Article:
As a photographer I have always been fascinated with the poetics of abandoned and decaying architectural spaces. Especially those that are inaccessible to most people; tunnels, empty factories and industrial sites. Places that have over time developed a unique patina, a poetic resonance that is distinguished not only by the physical manifestations of decay and aging but also by a history only imagined. I am interested in the transitory nature of these ruins, the flux and chemistry of change; the notion of entropy and the chaotic markings of time that transform and reinvent these spaces. The photographs I hope also act as a metaphor, inviting the viewer to contemplate the duality of modern society.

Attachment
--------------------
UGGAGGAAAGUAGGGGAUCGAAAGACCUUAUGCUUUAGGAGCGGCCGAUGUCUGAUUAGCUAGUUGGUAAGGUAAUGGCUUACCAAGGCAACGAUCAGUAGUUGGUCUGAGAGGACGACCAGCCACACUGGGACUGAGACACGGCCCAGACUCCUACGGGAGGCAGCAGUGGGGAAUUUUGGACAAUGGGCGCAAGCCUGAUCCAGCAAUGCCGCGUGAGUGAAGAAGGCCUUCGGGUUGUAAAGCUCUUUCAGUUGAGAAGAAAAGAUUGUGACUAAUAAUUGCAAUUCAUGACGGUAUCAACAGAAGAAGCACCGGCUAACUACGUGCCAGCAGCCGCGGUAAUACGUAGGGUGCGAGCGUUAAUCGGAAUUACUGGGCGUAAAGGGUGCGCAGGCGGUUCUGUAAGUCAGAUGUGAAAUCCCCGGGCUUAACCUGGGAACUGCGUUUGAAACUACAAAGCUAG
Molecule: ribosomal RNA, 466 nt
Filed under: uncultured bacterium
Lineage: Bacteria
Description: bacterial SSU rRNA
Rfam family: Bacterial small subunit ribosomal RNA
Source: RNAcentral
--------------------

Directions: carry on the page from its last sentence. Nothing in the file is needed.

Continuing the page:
In the summer of 1983 I began a ten year adventure photographing what I like to describe as contemporary urban ruins. I discovered these mysterious hidden spaces through a process of serendipity and subversion. Armed with an old Linhof 6X9 camera, tripod, knapsack and flashlight I would surreptitiously crawl under fences, force open doors and climb onto rooftops to gain access. Then spend hours exploring and photographing while sometimes meeting the unfortunate and dispossessed who made these places their home.

The "Contemporary Ruins" series was photographed mostly in Ottawa and Montreal. The original photographs are black and white, and archival printed on fiber based paper. Exploration, infiltration, selection and camera work play an integral part in the completion of the finished images. I intend to eventually publish this work and have designed the web site to be read like a book. I hope you discover something interesting and out of the ordinary. Navigate to the photographs using the buttons below ................ Raymond Roy.